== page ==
Andrew Wulf runs TheCodist blog, is the lead iOS programmer for Travelocity, and owns Idle Diversions—an iOS game company. In this interview with Noel Wurst, Wulf discusses his role as a coder to "make testers miserable," the need for clean code, and practicing agile before it was a term.
Noel: You and I are meeting because of your blog, TheCodist.com, specifically, an entry you did back in March. "My job as a programmer is to make testers miserable." I saw the title, and I have to admit, your first sentence did not disappoint. "When I deliver something to a tester or a QA person, I want them to suffer terribly, to fear coming to work, to wish they'd never become a tester, to be drained by the end of the day." I love it. So, my short question to that long intro is simply—why?
Andrew: Quality comes from what the programmer does; if I don't deliver, no amount of testing can make it better. A tester's job is to make sure nothing gets missed, but they can't fix the problems— they only point them out. A baseball manager can encourage players, design strategy, and do all the right baseball things. But in the end, if the players don't hit, field, or pitch, then the game is usually lost. Likewise, programmers have to produce good code, ideally before a tester ever sees the end result. The idea that you churn out code fast and loose and expect the testers to find all the bugs never results in a good end product.
Before I ever worked as a programmer, I briefly had a job as a chemist where I worked for a product testing company. Whenever I was done with a test, I wrote up a report for the customer. The bosses complained I worked too hard on writing up a quality report, they expected me to slap it together and "the girls in the front office will shape it up." Besides the obvious sexist comment, it made no sense to me at all.
My job was to do the tests and deliver results to the customer. I think that experience impacted my work later as a programmer, in that I want what I deliver to be just about ready for primetime—even if it's only a test. That way the tester can focus on finding all the little things: the edge cases, and the nitpicky things that will drive customers nuts. If they push the first button, and the app blows up, then I'm not doing my job very well.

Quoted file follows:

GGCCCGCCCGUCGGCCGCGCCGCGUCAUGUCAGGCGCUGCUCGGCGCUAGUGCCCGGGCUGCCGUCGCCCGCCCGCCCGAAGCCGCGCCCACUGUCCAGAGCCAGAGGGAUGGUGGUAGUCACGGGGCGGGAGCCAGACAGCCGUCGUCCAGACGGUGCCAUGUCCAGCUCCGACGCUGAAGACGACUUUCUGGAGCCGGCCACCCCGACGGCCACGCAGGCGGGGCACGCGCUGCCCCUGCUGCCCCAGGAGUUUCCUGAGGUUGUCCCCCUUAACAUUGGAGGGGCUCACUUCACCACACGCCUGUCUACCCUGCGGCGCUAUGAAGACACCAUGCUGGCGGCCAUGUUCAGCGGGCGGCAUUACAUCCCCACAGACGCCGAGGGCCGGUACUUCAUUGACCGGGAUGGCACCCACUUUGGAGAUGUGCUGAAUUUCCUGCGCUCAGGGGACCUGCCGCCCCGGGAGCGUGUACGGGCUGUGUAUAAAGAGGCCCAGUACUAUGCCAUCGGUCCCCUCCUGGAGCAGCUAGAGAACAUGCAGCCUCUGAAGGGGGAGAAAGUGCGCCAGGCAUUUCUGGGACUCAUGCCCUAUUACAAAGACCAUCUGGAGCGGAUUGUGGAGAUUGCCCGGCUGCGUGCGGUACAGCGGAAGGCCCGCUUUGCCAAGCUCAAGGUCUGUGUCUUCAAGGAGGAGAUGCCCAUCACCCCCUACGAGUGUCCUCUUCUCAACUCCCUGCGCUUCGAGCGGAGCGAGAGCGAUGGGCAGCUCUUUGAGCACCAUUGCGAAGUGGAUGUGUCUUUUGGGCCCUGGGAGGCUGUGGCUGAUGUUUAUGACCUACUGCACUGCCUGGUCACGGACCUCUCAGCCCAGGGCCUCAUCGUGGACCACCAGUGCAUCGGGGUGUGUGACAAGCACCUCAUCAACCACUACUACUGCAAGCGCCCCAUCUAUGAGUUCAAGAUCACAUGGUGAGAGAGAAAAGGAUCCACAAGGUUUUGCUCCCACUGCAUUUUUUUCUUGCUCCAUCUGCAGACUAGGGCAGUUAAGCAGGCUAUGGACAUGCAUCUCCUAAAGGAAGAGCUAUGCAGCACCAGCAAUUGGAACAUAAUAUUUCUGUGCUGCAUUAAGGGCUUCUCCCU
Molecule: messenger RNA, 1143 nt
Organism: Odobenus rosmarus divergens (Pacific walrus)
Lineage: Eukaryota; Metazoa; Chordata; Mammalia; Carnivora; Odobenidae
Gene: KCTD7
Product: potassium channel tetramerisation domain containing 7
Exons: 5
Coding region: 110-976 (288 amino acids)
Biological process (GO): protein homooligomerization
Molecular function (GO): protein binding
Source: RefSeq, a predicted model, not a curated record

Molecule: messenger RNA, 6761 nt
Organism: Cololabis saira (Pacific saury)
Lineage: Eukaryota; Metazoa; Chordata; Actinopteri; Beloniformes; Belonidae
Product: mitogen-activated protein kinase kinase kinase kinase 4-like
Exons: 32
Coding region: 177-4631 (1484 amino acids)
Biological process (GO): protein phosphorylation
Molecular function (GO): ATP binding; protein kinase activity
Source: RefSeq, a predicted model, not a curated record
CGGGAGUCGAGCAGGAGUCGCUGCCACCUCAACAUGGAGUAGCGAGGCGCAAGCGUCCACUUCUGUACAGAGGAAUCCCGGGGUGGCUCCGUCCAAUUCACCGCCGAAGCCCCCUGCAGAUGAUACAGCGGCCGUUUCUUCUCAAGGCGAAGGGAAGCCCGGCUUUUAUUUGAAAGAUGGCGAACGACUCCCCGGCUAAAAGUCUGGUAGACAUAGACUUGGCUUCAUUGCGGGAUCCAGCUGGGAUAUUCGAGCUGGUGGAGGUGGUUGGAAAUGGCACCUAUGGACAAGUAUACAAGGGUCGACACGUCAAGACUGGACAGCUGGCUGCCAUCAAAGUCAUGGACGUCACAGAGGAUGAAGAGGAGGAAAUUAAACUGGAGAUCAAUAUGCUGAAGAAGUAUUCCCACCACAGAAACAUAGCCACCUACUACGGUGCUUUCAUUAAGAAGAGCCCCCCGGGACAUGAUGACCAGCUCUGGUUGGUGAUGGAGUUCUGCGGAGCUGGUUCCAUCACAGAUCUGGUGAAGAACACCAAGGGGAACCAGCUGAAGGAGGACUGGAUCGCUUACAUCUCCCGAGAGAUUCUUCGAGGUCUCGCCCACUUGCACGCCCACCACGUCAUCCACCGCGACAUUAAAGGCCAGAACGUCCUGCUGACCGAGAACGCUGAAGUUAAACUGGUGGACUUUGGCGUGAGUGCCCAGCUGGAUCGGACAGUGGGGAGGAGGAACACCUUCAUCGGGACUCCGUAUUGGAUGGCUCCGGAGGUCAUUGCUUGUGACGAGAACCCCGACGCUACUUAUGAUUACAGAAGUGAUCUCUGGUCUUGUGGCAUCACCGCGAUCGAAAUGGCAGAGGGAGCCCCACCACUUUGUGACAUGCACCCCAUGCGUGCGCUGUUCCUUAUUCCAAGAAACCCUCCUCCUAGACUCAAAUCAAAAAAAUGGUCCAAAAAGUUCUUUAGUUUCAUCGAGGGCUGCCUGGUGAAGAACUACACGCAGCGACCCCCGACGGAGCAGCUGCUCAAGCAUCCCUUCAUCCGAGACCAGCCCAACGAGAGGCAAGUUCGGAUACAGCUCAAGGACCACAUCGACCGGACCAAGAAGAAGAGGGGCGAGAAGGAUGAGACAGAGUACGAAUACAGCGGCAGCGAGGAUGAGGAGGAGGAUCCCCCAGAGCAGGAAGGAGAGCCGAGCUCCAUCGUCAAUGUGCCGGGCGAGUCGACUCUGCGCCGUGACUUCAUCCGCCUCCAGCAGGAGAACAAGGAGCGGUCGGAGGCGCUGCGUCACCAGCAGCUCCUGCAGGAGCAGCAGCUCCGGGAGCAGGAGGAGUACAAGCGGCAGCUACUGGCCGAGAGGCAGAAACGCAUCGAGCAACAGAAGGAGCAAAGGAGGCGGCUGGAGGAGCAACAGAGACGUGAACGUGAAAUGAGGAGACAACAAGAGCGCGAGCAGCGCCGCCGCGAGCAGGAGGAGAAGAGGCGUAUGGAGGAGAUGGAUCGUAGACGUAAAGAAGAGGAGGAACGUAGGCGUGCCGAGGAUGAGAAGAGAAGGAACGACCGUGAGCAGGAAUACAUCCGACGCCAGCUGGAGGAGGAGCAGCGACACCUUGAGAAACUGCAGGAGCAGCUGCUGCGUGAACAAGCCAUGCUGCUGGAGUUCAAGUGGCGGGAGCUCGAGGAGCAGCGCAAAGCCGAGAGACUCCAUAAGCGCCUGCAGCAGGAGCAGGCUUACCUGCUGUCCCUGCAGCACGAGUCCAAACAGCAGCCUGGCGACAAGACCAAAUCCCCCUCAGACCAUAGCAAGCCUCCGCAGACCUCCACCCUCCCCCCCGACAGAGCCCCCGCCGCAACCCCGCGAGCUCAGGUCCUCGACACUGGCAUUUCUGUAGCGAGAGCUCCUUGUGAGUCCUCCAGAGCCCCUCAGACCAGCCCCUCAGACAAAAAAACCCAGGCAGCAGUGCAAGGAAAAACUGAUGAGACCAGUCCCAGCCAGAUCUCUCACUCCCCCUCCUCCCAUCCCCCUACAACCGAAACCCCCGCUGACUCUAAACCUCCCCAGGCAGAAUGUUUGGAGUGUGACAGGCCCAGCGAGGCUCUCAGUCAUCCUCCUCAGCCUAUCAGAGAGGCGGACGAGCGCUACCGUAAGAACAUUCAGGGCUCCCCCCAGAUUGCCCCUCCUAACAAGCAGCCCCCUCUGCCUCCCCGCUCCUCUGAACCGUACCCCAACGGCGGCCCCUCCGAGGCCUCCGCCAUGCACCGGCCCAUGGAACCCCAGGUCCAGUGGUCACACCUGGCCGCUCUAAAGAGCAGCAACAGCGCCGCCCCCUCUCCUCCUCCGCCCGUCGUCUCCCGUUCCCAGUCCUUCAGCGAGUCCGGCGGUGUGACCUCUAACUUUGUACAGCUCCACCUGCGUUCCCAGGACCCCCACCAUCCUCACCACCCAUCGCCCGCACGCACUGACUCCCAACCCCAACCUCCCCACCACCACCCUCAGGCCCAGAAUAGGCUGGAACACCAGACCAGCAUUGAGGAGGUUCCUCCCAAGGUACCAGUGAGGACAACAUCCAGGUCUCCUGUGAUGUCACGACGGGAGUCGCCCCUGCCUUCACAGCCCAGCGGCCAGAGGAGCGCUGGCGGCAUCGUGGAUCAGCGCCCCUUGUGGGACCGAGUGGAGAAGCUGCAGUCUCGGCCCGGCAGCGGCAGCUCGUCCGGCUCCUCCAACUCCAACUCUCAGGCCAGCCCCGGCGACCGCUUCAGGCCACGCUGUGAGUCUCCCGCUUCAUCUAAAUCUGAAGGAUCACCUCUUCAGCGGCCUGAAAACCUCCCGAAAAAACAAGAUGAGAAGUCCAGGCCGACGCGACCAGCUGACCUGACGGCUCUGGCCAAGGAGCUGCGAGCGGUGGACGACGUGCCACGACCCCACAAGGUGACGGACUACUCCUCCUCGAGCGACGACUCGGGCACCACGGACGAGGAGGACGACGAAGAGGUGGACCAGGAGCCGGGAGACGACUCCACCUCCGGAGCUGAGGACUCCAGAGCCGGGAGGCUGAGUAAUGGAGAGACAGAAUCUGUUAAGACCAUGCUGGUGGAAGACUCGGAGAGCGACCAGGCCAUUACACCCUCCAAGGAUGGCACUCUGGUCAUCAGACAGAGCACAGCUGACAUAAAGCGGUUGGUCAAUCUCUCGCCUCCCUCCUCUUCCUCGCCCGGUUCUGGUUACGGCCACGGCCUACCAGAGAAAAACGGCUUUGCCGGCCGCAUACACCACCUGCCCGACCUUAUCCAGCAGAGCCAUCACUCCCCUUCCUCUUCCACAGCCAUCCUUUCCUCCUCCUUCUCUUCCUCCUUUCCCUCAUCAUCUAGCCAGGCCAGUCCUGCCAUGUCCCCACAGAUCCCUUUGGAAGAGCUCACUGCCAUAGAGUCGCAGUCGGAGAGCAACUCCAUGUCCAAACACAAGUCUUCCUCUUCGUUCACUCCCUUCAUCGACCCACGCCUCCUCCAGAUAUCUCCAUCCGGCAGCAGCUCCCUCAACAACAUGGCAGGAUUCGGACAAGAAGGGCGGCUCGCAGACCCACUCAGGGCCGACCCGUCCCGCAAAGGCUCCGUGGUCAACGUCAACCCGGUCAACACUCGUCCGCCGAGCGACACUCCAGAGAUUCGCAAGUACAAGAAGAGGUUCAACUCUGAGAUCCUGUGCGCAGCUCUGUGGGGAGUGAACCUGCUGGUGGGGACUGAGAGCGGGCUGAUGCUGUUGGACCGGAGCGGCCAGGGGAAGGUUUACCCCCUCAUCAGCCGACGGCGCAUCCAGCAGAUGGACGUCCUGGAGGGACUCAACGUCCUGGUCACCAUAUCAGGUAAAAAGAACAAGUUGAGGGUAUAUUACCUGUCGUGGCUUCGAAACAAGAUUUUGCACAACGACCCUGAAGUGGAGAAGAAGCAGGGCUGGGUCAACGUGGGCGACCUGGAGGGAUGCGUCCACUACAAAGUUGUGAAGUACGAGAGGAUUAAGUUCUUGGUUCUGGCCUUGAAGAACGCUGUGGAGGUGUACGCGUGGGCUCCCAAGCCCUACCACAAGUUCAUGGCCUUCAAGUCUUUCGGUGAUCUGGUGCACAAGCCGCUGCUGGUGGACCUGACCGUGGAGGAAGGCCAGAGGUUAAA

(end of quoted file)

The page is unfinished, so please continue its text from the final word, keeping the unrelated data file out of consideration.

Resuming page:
So if the tester has to work hard to find things (assuming they are highly competent) then I as the programmer am on the right track. I also think a tester needs to challenge the programmer to defend how things work sometimes; having more eyes look at the app is always a good thing and sometimes having to defend how you implemented something might make you think a little more about it.
Tester-programmer relationships have to communicate both ways; it's not about I code—you test, it's a team effort. By the time a customer sees the end result they should have no idea how the app was created because it works perfectly for them.
Noel: I quoted your blog in a recent interview I did with a tester who gives a session on alternative methods for awarding bonuses to testers. He recommends incentivizing collaboration between testers and developers, and other behaviors that lead toward eliminating what he sees as pessimism in the workplace that comes from "bounty-style incentives." I know you're a developer, and not a tester, but from your experiences with this "other species," do you see a reward program like that taking off, or being met with some skepticism?
Andrew: I don't really like creating artificial programs to try to make the tester-programmer relationship work better. Maybe I am idealistic, but after such a long career, I know the best programmers and the best testers don't need them. If neither is very good at trying to make them better with bounties or other means—it isn't likely to change much. Keeping both sides informed about what the customers are saying is more likely to be an incentive. No one wants to deliver a crappy app or whatever you are building. Just throwing money at people won't make it better; finding the right combination of people is going to pay more dividends. Of course that's not always easy, but I've worked with a lot of really good testers so they have to be out there.
Of course, managing development can screw up even the best combo of programmers and testers. I've seen where management decided to forgo QA because the customer thought it took too long and they went along with that! There isn't any better way to destroy a good team than not allow them to do their best. If the programmer-tester relationship is focused on getting the best possible result to the customer then random incentives aren't that useful.
Noel: I really like your thoughts on the need for "clean code," even if it's just a personal standard that you give for your own work, but it seems like there's almost a movement for clean, happy code. A developer I spoke to talked about the ability to "listen" to your code to see if it's "crying." He mentioned, "Code is talking to us" and that in many cases, design patterns in that code are "clearly telling us what it wants to do." With your love of clean code, do you also find it having that ability to tell us more than just "I'm error free?"
Andrew: Ever since I first learned to code I've basically been doing the same steps, and despite radical changes in technology in the ensuing decades, I get the same results today. I try out my ideas first, then I code in little steps and test each step until I completely understand what each one is doing—more importantly, that I have a plan for anything that can happen. It's not TFD or modern unit testing exactly, but has elements of both. It works for me and I still get the same level of quality in about the same timeframe. Maybe it's just a lot of practice!